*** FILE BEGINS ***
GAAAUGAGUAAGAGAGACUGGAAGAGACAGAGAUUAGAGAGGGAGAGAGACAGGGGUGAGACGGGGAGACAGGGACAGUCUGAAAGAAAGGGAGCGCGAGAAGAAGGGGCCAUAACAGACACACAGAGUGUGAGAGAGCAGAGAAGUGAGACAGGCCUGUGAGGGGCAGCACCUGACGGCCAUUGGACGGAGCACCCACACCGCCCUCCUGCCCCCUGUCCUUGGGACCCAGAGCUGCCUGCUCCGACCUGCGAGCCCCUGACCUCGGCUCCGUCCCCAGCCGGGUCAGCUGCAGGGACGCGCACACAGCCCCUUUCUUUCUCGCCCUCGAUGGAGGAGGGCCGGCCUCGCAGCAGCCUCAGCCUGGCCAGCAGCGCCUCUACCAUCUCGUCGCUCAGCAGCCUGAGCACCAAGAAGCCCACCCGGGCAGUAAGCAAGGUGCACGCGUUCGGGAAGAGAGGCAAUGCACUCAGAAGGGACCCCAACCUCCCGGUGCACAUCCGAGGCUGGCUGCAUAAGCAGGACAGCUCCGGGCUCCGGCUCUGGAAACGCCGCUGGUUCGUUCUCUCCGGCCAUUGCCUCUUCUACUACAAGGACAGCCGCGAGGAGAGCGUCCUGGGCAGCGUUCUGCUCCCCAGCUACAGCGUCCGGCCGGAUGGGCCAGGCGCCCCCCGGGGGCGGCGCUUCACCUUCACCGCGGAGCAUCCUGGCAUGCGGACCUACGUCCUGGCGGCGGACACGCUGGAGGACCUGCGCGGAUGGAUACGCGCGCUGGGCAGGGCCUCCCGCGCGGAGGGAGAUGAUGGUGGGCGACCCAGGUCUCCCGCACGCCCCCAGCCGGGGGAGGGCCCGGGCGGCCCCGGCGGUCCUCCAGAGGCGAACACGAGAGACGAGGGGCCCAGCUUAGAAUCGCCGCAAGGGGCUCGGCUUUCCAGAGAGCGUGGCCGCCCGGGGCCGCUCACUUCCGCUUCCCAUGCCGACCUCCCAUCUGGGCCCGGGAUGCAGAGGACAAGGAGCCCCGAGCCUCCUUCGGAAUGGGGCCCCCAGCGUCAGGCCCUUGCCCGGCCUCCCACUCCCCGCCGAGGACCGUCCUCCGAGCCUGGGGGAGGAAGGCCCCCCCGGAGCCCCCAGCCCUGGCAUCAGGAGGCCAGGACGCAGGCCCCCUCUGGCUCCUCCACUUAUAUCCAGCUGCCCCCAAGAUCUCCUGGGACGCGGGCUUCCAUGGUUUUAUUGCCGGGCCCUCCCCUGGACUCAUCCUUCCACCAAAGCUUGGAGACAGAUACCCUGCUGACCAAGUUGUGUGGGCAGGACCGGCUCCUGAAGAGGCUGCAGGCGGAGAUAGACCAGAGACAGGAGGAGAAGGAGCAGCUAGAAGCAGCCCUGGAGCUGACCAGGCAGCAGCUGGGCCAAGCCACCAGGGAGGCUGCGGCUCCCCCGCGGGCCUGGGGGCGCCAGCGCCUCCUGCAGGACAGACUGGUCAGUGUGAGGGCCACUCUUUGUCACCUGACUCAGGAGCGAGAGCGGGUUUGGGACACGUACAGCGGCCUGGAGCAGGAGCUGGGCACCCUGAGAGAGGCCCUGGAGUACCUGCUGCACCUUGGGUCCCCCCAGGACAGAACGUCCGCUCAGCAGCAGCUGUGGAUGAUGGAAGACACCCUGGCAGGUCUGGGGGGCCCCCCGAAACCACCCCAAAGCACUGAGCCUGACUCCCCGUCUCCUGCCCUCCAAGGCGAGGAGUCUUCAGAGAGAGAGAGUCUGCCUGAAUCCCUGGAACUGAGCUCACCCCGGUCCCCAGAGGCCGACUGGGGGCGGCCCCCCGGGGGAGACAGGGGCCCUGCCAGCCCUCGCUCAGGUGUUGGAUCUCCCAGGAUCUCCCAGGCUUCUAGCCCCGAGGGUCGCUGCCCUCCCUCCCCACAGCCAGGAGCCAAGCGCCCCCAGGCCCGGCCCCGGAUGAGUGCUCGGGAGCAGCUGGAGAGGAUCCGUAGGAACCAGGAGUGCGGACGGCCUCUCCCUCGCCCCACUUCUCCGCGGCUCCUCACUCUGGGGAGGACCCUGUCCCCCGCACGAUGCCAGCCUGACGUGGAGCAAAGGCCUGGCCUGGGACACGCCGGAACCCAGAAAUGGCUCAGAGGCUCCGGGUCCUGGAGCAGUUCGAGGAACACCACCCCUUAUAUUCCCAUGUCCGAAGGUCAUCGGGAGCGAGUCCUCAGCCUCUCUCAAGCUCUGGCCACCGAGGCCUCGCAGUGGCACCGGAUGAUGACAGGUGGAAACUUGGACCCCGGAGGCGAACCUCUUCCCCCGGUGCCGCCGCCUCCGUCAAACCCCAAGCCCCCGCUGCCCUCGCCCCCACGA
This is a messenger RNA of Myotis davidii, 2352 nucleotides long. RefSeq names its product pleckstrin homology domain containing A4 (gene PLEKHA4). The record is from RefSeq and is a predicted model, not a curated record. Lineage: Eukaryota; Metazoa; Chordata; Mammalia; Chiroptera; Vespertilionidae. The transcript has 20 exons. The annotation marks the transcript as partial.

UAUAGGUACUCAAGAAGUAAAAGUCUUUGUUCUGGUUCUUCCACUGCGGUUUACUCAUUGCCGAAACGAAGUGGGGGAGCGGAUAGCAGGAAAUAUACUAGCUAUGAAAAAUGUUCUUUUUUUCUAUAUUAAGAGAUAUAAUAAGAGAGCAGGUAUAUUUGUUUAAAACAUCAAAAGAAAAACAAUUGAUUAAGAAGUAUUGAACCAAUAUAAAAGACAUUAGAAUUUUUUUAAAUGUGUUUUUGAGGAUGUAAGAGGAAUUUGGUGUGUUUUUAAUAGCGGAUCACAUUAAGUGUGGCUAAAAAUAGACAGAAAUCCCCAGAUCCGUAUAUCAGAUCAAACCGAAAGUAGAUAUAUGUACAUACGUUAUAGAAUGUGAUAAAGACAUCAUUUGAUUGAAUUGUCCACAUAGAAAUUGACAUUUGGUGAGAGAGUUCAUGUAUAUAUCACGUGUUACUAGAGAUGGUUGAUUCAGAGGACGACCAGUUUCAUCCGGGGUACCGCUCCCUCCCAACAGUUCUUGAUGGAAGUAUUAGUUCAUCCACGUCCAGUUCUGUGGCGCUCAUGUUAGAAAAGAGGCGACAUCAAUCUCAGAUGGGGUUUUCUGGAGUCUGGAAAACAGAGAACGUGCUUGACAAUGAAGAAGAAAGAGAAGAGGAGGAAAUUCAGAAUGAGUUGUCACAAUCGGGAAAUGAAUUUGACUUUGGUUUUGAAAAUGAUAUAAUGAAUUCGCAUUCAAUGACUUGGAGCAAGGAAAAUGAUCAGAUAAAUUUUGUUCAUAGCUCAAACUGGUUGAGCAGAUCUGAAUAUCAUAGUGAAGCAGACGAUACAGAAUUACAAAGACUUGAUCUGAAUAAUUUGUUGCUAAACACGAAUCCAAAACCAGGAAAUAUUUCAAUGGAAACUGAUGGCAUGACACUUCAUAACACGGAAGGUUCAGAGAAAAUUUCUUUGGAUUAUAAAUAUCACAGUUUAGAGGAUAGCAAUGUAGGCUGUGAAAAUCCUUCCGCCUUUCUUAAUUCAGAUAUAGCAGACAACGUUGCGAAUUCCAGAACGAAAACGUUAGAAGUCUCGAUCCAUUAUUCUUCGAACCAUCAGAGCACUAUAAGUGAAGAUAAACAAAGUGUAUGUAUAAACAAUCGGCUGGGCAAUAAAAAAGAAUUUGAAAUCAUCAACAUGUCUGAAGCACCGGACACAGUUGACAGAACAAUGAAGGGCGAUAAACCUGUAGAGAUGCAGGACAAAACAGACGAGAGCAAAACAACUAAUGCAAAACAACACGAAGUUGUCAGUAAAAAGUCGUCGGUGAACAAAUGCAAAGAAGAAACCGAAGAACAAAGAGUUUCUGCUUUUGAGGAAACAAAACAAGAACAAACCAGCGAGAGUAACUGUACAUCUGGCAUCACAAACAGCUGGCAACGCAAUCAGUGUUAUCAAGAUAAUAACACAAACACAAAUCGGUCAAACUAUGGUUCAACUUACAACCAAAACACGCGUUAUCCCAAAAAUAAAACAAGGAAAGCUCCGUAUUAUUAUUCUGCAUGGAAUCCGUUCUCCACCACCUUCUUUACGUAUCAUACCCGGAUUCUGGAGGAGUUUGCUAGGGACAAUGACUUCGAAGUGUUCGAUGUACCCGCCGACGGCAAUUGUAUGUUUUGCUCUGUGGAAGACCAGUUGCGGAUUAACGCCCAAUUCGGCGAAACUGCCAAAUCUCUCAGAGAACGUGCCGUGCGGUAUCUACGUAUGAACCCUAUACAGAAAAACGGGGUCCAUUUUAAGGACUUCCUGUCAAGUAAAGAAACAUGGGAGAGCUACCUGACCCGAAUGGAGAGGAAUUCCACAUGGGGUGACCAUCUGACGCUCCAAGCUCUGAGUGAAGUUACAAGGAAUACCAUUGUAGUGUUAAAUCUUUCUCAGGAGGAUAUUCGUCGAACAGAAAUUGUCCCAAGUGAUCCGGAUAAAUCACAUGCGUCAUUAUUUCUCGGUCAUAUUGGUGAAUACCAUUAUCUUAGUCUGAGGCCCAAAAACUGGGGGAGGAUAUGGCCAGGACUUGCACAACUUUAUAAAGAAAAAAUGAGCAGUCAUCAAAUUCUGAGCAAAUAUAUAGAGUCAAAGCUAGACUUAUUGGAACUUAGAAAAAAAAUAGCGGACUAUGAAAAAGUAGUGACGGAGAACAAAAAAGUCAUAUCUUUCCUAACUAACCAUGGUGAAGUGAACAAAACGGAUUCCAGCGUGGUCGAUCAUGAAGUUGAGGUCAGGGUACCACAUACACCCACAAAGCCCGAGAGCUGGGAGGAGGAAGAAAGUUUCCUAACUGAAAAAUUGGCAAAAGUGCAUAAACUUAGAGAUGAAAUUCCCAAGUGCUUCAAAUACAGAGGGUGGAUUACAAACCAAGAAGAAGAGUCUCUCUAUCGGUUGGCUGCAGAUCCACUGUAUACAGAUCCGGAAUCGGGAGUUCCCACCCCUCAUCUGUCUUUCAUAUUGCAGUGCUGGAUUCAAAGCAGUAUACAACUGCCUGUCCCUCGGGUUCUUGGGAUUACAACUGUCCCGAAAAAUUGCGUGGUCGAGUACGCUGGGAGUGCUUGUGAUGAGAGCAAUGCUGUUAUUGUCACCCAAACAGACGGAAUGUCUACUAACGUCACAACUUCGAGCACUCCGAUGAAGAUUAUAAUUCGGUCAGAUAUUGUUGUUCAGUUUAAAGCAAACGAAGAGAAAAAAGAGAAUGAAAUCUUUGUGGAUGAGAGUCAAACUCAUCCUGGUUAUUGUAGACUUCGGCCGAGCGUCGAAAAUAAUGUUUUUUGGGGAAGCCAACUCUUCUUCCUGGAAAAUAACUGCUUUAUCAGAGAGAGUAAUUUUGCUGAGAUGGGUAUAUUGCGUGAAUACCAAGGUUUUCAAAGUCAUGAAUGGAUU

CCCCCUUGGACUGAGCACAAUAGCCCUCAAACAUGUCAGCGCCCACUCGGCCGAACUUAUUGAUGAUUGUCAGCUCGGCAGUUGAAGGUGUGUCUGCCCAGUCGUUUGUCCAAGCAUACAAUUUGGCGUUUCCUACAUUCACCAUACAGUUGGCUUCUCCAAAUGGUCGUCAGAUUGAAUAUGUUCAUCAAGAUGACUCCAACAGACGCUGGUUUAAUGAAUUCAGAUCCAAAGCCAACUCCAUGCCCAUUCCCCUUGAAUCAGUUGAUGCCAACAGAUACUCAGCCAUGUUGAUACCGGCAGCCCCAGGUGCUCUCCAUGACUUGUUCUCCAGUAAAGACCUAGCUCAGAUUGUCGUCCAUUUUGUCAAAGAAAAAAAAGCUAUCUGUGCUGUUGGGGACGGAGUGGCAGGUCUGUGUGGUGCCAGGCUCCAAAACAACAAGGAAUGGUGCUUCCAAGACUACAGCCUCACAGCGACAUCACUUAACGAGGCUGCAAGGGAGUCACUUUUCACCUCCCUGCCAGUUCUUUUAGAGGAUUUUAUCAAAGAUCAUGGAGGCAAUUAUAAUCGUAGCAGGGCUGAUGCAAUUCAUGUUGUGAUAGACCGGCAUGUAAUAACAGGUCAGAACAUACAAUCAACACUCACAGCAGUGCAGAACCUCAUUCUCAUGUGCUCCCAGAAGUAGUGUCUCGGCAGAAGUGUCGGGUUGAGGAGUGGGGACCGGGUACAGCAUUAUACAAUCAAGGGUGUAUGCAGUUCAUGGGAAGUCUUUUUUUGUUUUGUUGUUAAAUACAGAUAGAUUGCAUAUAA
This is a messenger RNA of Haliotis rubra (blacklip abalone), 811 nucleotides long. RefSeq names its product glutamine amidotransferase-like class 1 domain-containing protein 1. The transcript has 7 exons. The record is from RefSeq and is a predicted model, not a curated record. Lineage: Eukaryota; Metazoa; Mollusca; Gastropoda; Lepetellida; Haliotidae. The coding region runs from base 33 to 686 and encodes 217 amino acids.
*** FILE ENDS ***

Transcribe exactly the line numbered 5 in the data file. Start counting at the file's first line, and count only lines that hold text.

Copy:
This is a messenger RNA of Haliotis rubra (blacklip abalone), 811 nucleotides long. RefSeq names its product glutamine amidotransferase-like class 1 domain-containing protein 1. The transcript has 7 exons. The record is from RefSeq and is a predicted model, not a curated record. Lineage: Eukaryota; Metazoa; Mollusca; Gastropoda; Lepetellida; Haliotidae. The coding region runs from base 33 to 686 and encodes 217 amino acids.